The Chong Neng (中能) offshore wind farm project yesterday said that it had signed a preferred supplier agreement with MHI Vestas Offshore Wind A/S as it aims to meet its localization requirements.
Chong Neng is a joint venture between China Steel Corp (CSC, 中鋼) and Copenhagen Infrastructure Partners K/S (CIP), with CSC holding a 51 percent stake and CIP the other 49 percent.
It is to develop a 300 megawatt wind farm off the coast of Changhua County, adjacent to CIP’s Chang Fang (彰芳) and Xidao (西島) wind farms, which are under construction and are set to have a combined capacity of 600 megawatts.
With construction scheduled for 2022, the Chong Neng farm is set to be integrated with the national power grid by 2024.
“We will develop this wind farm hand in hand with CIP, which will create bulk orders that in turn will stimulate the local supply chain,” Chong Neng chairman Wang Shyi-chin (王錫欽) told a media conference in Taipei yesterday.
Wang, also a CSC president, said that MHI Vestas would install about 100 9.5 megawatt wind turbines at the three farms.
Denmark-based MHI Vestas is the sole turbine manufacturer approved by the government due to its heavy reliance on local suppliers and Wang said that as a result the Chong Neng wind farm would be the most “localized” in the world.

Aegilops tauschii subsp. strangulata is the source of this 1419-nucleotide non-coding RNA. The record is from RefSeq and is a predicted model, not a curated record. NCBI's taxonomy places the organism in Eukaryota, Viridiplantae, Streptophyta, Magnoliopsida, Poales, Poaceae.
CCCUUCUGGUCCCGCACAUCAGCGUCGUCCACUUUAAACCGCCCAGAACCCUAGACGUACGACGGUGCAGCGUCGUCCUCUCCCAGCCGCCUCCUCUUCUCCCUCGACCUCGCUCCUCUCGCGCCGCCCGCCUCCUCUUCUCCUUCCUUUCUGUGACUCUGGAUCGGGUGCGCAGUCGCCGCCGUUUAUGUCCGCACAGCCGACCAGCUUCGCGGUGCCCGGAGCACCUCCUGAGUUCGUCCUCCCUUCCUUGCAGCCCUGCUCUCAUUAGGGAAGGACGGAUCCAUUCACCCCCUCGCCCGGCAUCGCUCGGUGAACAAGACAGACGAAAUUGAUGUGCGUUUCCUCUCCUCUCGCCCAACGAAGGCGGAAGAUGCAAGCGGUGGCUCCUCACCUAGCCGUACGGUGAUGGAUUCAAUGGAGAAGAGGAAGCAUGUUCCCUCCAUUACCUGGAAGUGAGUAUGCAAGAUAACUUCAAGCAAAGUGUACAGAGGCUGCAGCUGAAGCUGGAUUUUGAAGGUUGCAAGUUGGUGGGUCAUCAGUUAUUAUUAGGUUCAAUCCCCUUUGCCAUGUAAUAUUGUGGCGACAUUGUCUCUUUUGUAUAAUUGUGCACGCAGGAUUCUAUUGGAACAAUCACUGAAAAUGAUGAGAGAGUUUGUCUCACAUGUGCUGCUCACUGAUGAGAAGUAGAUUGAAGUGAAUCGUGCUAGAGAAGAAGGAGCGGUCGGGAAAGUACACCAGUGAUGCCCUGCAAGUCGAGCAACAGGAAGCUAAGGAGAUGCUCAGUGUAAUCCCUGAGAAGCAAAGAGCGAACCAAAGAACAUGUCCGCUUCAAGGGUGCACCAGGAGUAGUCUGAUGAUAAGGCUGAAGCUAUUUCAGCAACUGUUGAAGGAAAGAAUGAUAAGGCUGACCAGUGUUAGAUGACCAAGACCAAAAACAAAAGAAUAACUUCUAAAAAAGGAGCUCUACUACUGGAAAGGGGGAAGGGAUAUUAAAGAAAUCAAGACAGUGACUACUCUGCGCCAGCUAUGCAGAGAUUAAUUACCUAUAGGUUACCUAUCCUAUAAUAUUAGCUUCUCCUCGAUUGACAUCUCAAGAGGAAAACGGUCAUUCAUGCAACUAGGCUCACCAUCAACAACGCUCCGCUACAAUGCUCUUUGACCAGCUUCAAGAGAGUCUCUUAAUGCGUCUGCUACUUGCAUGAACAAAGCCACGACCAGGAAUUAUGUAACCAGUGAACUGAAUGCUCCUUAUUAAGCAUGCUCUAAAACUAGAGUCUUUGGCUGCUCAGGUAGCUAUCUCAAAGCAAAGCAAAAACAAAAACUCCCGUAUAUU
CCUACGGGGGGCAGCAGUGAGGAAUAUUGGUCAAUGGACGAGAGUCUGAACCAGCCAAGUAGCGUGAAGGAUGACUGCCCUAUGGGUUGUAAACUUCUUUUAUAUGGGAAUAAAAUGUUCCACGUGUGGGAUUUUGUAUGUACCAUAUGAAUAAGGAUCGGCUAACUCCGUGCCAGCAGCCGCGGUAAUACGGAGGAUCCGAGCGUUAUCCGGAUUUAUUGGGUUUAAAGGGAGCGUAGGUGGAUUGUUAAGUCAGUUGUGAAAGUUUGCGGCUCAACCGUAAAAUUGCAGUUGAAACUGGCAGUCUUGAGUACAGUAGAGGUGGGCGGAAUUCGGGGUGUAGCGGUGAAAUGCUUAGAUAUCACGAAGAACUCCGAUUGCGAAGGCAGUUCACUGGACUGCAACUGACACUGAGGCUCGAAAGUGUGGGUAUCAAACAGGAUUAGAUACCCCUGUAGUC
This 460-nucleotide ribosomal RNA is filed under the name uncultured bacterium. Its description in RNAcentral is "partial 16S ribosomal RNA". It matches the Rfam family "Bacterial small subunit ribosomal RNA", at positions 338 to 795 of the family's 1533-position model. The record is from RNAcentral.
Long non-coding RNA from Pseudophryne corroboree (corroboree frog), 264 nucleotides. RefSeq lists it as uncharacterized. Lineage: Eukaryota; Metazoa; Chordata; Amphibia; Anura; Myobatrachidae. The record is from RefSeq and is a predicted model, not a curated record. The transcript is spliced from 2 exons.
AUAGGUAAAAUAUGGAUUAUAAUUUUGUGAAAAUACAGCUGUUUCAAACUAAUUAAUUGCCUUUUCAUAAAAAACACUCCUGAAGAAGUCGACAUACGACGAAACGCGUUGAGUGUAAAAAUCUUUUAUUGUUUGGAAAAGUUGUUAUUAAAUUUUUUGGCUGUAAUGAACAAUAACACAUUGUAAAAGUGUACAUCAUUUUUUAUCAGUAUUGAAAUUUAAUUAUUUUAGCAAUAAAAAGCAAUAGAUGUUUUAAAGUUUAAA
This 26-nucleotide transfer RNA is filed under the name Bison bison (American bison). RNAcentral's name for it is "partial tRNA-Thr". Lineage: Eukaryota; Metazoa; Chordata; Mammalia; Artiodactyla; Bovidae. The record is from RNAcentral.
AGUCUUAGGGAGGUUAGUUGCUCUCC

“We aim to localize up to 27 of the multiple sections that constitute the project,” he said.
The construction of submarine foundations would see the participation of about 20 local firms, including CSBC Corp Taiwan (台灣國際造船), Wanchi Steel Industrial Co (萬機鋼鐵) and CTCI Machinery Corp (俊鼎機械), he said.
Installations would be carried out by CSBC-DEME Wind Engineering Co (台船環海) using its new main installation vessel, he added.
Meanwhile, China Ecotek Corp (中宇環保), Teco Electric and Machinery Co (東元電機), Fortune Electric Co (華城電機) and Star Energy Corp (星能) would remain Chong Neng’s preferred suppliers for the construction of its onshore substations, Wang said.
Chong Neng would use CSC’s steel plates in its construction process, Wang said, adding that the overall wind-power industry, with a combined capacity of 5.7 gigawatts, would generate demand for 1.6 million tonnes of steel plates by 2025.
CSC would ship about half of that amount over the next five years based on the company’s annual production of 1 million tonnes per year, he said.
CIP Taiwan project office chief executive Jesper Krarup Holst said that Chong Neng would grow its small team of 20 employees to between 50 and 80 local and overseas professionals in the next 18 months.
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